The rains are here again. Many drains will be full with stagnant water due to inadequate waste management. Some states will experience flooding and grasses will grow around homes.
It is the season when contagious diseases are on the rise. These range from viral infections to common diseases. The common diseases associated with the season include malaria, cold flu, cholera, diarrhoea, Hepatitis A, among others.
Unfortunately, children are most vulnerable to these diseases.
These are six most common diseases of the season, and how to avoid them and keep a family healthy.
Malaria is a common illness during this season. This is because of the increase in body of water in drains.
The stagnant water, puddles on the street and growth of bushes create enabling environment for mosquitoes to lay their eggs. The female mosquitoes which cause malaria usually breed in water-logged areas.
To prevent incessant treatment of malaria, keep the environment clean always. Throw away garbage. Fix mosquito nets on doors and windows. Keep the drains clean and allow water flow. Cut grasses around the home and always cover stored water with tight lid.
Common cold/ Flu
Common cold can affect anyone at any time of the year. However, the disease gets to the peak during the rainy months.
There is a mild difference between common cold and flu. Flu is mostly bacteria infection which often requires medical treatment. Cold, on the other hand, brings nasal congestion such as scratchy throats, sneezing, running nose among others.
An effective way of keeping common cold at bay is through constant hand washing. Use tissue or disposable napkin instead of handkerchief. Handkerchief kept in the pocket with virus has a way of spreading infection. Always keep warm and wear warm clothes for children. Do not allow them to play in the rain if possible.
This is popularly referred to as Apollo. in Nigeria. This is the irritation or inflammation of the white part of the eyes. It can be caused by allergies or a bacterial or viral infection. Conjunctivitis can be extremely contagious. It spreads by contact with eye secretion from an infected person.
Symptoms include redness, itching and tearing of the eyes. It can lead to discharge or crusting around the eyes. To prevent this, do not share handkerchief, and always wash your hands. It is important to stop wearing contact lenses while affected by the disease.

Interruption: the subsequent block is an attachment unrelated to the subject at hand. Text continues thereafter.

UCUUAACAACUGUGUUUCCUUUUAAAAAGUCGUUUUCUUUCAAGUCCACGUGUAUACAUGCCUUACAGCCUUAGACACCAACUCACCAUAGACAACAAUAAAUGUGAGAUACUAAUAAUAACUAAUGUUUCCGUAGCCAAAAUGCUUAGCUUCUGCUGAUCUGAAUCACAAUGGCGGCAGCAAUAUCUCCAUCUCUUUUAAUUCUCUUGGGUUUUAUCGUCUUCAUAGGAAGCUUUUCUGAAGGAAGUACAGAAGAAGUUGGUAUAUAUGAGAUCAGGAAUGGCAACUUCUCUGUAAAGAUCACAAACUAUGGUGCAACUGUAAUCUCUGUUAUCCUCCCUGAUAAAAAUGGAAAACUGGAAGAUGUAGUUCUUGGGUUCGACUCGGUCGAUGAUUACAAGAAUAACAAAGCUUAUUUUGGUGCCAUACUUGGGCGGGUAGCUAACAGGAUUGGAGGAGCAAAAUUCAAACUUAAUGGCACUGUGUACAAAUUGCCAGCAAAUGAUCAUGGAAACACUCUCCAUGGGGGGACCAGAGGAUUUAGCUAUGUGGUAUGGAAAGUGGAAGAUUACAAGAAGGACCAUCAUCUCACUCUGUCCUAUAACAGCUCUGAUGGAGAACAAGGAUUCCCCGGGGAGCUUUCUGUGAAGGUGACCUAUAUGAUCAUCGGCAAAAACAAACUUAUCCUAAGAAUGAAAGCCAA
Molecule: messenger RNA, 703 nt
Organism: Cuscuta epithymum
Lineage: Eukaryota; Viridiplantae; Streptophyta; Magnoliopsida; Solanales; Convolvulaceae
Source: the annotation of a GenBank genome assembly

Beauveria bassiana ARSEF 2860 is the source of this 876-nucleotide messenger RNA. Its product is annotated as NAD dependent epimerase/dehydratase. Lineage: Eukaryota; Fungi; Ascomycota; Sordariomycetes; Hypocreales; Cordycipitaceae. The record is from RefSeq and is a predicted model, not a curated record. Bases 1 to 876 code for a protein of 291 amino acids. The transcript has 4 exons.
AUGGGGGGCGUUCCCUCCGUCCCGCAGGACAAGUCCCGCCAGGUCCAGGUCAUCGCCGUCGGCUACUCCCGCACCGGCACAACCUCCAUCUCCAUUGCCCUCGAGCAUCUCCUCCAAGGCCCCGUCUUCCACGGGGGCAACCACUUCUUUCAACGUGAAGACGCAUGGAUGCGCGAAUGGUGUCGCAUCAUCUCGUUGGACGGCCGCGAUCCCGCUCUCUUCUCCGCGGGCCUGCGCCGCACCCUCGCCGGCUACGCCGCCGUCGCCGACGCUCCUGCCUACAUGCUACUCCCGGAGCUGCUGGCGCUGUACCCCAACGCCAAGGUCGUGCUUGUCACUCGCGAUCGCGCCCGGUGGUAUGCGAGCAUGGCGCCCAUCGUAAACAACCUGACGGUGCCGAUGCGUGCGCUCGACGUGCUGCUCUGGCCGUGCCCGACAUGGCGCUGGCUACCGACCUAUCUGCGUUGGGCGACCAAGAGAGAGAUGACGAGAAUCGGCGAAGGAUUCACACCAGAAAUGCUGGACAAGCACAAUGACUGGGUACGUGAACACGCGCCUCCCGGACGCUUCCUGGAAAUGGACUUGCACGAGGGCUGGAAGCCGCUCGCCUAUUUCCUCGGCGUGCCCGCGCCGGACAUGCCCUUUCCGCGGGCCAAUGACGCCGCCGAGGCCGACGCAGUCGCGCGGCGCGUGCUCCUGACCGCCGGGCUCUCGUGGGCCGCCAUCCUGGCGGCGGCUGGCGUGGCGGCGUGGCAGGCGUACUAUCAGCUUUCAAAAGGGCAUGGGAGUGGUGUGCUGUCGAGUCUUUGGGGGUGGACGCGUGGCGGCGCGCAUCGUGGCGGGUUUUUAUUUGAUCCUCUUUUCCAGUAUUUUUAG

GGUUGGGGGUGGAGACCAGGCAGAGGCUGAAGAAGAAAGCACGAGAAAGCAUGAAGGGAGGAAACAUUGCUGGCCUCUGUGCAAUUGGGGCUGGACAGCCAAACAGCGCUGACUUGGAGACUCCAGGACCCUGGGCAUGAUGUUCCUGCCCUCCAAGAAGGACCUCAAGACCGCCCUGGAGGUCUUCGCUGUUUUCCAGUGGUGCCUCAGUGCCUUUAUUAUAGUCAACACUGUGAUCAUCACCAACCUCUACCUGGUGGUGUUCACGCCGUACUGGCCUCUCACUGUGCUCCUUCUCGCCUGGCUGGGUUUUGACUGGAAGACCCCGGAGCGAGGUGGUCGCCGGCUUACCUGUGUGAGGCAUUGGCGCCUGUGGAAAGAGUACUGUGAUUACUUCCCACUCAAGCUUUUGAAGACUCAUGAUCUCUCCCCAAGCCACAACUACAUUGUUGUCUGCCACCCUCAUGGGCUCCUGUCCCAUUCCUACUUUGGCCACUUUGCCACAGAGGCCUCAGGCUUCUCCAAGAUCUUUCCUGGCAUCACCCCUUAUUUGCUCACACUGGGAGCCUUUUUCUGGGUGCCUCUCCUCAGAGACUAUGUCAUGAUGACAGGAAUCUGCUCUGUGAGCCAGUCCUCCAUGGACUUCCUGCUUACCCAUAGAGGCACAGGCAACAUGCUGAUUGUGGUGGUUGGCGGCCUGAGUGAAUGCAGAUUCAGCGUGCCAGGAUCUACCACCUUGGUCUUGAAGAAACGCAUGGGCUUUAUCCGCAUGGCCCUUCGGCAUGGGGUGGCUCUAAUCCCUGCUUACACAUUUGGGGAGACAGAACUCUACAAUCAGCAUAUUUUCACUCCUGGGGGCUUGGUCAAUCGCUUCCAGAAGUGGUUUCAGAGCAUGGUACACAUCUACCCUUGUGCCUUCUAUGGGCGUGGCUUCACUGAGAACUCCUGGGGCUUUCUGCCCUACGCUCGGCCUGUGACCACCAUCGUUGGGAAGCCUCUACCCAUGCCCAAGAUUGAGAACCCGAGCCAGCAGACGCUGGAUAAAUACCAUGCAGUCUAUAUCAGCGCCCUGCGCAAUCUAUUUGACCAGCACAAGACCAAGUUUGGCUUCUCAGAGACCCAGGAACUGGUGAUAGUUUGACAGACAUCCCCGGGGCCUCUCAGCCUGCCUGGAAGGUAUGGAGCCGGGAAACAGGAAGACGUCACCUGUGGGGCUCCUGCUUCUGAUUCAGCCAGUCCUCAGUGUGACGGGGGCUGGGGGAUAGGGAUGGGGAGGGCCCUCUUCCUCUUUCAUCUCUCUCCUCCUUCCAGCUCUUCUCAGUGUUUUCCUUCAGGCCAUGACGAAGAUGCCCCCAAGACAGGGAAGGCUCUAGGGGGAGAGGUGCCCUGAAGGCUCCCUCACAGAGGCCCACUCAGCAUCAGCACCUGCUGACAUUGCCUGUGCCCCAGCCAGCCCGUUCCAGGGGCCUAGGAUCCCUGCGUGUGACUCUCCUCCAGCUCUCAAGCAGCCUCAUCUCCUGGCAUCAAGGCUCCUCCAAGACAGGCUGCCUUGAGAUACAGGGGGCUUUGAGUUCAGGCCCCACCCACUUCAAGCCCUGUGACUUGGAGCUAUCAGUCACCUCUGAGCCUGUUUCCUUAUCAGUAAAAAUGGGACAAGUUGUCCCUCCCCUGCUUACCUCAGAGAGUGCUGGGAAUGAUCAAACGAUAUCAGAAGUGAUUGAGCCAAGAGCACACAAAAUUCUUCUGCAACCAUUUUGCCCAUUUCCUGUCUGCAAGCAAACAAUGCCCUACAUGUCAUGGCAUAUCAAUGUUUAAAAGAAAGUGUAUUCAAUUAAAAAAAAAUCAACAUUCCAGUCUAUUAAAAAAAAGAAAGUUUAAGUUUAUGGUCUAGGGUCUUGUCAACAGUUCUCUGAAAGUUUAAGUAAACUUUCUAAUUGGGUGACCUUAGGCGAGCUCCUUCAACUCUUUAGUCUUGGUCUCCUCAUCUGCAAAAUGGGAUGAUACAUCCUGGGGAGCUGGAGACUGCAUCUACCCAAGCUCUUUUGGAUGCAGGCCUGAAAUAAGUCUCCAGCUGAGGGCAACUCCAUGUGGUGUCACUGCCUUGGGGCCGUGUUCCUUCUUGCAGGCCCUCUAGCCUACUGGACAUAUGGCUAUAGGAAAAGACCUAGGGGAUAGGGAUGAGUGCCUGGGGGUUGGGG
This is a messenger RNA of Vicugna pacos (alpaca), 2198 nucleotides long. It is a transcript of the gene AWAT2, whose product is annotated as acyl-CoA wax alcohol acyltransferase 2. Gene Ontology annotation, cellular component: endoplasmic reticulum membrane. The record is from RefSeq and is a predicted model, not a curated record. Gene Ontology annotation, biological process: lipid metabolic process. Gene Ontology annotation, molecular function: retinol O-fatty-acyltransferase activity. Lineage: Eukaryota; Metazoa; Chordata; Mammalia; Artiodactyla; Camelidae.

Cholera is a water-borne disease often at its peak during the rainy season. The disease can come from drinking contaminated water or eating contaminated food. Children are mostly affected. The risk of cholera epidemic is highest when poverty, war or natural disasters force people to live in crowded conditions without adequate sanitation.
Cholera is fatal if not treated early. The disease, however, is vaccine preventable. Symptoms includes watery stool and vomiting.
Preventive methods include vaccination, which gives at least six months protection; access to clean water; keeping flies away from homes,; washing hands before and after eating; keeping the toilet clean and closed always; and keeping dustbins away from homes.
Typhoid is a bacterial disease. It is spread by eating or drinking food and water contaminated with the faeces of an infected person. Children are mostly affected.
Symptoms of typhoid include high fever, weakness, stomach pains, headache and loss of appetite. It can be detected through stool test.
It is partly vaccine preventable and requires medical diagnosis.
Sanitation and hygiene are important to prevent typhoid. Other steps to preventing it include providing clean drinking water and regular hand washing.
Until it is confirmed that an individual is healed, it is not advisable for the person to prepare food for others. Wash fruits with clean water.
The risk of death in typhoid is high if not quickly or effectively treated.
This is a highly contagious liver infection caused by the hepatitis A virus.
Hepatitis A spreads from contaminated food, water or through human contact with infected person. It is usually spread through feaces of an infected person.
If not quickly detected, the disease can become epidemic especially in overcrowded areas with poor access to water and sanitation.
Many cases have few or no symptoms. especially in the young people. some symptoms of the disease includes nausea, vomiting, jaundice, fever, abdominal pain, loss of appetite.
The disease is vaccine preventable. It can also be prevented through access to good water, sanitation and constant hand washing among others.